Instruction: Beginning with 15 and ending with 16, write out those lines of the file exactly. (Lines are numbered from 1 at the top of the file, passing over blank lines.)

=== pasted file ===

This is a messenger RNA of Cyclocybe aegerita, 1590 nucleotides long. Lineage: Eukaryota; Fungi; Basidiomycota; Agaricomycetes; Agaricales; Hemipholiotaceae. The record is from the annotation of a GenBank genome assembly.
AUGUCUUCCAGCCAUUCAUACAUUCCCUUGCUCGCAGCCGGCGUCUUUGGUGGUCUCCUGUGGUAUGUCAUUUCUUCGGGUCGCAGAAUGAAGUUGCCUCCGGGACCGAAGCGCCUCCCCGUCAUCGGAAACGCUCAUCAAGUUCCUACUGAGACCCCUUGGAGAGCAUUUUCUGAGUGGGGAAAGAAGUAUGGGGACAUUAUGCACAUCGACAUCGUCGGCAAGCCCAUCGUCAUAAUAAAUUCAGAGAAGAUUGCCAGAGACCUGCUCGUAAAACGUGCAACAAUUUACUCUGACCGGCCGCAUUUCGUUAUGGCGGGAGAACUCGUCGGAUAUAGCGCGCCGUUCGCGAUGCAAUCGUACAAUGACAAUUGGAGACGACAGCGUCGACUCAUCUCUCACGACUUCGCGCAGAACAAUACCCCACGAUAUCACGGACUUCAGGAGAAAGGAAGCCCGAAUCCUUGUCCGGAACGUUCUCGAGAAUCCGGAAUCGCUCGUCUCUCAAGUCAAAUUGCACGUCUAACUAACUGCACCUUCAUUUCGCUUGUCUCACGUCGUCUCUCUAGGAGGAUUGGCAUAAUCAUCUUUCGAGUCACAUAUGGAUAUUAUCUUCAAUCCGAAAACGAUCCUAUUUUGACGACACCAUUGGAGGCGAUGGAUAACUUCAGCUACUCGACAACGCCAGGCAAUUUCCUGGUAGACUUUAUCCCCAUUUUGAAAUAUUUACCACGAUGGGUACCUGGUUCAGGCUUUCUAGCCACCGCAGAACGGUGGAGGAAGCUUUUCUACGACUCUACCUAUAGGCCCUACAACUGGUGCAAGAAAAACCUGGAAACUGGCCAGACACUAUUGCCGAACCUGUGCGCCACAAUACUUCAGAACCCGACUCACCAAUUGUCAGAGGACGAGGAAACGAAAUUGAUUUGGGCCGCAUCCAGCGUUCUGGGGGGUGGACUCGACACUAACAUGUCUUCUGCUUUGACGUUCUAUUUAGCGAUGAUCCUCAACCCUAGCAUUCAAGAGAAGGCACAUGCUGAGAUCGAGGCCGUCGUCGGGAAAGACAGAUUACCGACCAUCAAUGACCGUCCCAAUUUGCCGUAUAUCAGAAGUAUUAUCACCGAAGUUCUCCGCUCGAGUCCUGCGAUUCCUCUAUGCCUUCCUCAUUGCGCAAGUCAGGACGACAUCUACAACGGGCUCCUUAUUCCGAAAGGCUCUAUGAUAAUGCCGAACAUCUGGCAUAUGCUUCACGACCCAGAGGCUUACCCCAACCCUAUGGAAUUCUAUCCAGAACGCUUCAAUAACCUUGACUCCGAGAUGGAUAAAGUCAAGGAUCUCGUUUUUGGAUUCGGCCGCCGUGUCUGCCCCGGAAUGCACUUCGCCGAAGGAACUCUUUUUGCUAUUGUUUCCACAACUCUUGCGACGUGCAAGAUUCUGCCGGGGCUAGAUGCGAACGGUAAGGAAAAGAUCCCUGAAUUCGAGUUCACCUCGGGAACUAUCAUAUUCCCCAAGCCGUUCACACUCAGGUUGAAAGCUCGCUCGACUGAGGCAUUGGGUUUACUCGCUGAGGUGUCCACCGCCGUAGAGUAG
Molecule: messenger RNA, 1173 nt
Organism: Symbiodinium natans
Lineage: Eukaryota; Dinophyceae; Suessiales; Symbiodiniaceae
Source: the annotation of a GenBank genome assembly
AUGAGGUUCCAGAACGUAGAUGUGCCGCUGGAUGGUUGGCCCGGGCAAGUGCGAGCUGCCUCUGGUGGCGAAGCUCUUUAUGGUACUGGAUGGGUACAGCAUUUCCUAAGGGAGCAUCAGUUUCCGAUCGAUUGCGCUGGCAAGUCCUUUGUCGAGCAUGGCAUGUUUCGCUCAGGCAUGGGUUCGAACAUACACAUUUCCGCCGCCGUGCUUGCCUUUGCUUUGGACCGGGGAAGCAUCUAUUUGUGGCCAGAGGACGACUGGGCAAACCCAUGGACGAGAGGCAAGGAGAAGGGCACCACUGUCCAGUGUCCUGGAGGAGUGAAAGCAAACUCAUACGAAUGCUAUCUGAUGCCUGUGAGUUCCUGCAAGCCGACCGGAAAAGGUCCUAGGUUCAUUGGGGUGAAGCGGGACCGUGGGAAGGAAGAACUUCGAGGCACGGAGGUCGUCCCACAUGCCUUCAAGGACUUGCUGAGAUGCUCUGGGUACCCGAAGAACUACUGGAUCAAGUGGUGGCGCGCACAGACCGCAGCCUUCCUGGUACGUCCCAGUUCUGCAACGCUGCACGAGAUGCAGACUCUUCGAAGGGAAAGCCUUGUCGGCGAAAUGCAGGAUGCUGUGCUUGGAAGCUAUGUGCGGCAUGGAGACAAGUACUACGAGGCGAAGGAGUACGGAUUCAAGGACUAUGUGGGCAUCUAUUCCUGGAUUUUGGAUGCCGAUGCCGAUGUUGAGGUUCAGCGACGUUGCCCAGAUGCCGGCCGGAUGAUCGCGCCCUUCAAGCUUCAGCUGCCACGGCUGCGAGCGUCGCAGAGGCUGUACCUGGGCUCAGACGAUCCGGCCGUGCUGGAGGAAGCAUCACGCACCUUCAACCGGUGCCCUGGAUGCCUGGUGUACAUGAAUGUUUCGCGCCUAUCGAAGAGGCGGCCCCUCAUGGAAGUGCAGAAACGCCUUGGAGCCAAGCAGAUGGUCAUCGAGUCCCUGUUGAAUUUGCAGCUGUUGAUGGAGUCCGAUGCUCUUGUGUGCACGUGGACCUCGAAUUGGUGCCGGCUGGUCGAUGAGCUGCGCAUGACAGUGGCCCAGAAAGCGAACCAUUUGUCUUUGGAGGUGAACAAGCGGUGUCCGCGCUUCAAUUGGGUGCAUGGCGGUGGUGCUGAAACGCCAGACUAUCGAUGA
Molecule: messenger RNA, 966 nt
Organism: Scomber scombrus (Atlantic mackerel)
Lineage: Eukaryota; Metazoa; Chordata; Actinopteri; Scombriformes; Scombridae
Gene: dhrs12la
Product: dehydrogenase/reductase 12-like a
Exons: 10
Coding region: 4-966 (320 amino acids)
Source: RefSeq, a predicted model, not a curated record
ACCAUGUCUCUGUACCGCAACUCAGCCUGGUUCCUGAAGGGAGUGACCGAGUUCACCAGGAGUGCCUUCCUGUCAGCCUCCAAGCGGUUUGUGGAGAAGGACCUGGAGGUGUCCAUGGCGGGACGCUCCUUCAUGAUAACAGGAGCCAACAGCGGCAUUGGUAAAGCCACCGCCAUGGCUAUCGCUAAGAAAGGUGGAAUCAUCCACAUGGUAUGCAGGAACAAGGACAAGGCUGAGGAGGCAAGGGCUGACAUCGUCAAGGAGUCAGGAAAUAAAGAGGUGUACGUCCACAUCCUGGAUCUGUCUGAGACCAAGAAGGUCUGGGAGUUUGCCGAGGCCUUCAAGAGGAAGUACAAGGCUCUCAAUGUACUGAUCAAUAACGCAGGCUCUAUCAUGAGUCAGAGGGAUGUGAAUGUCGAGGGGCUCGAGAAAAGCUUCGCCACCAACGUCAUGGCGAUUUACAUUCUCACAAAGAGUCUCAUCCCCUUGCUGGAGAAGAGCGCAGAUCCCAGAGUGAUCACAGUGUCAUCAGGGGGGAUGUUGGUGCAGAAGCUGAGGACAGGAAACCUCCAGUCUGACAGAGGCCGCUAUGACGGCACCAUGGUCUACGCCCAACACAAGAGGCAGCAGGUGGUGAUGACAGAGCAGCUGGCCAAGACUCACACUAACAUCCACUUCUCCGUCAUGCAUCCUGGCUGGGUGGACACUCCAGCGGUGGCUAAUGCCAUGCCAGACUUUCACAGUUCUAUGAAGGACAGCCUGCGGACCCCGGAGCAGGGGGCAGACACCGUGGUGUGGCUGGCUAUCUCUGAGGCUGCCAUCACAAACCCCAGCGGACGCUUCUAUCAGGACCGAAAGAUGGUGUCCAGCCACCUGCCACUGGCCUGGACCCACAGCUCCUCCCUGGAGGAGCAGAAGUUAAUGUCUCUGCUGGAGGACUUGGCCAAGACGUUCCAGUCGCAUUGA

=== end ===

Source: RefSeq, a predicted model, not a curated record
ACCAUGUCUCUGUACCGCAACUCAGCCUGGUUCCUGAAGGGAGUGACCGAGUUCACCAGGAGUGCCUUCCUGUCAGCCUCCAAGCGGUUUGUGGAGAAGGACCUGGAGGUGUCCAUGGCGGGACGCUCCUUCAUGAUAACAGGAGCCAACAGCGGCAUUGGUAAAGCCACCGCCAUGGCUAUCGCUAAGAAAGGUGGAAUCAUCCACAUGGUAUGCAGGAACAAGGACAAGGCUGAGGAGGCAAGGGCUGACAUCGUCAAGGAGUCAGGAAAUAAAGAGGUGUACGUCCACAUCCUGGAUCUGUCUGAGACCAAGAAGGUCUGGGAGUUUGCCGAGGCCUUCAAGAGGAAGUACAAGGCUCUCAAUGUACUGAUCAAUAACGCAGGCUCUAUCAUGAGUCAGAGGGAUGUGAAUGUCGAGGGGCUCGAGAAAAGCUUCGCCACCAACGUCAUGGCGAUUUACAUUCUCACAAAGAGUCUCAUCCCCUUGCUGGAGAAGAGCGCAGAUCCCAGAGUGAUCACAGUGUCAUCAGGGGGGAUGUUGGUGCAGAAGCUGAGGACAGGAAACCUCCAGUCUGACAGAGGCCGCUAUGACGGCACCAUGGUCUACGCCCAACACAAGAGGCAGCAGGUGGUGAUGACAGAGCAGCUGGCCAAGACUCACACUAACAUCCACUUCUCCGUCAUGCAUCCUGGCUGGGUGGACACUCCAGCGGUGGCUAAUGCCAUGCCAGACUUUCACAGUUCUAUGAAGGACAGCCUGCGGACCCCGGAGCAGGGGGCAGACACCGUGGUGUGGCUGGCUAUCUCUGAGGCUGCCAUCACAAACCCCAGCGGACGCUUCUAUCAGGACCGAAAGAUGGUGUCCAGCCACCUGCCACUGGCCUGGACCCACAGCUCCUCCCUGGAGGAGCAGAAGUUAAUGUCUCUGCUGGAGGACUUGGCCAAGACGUUCCAGUCGCAUUGA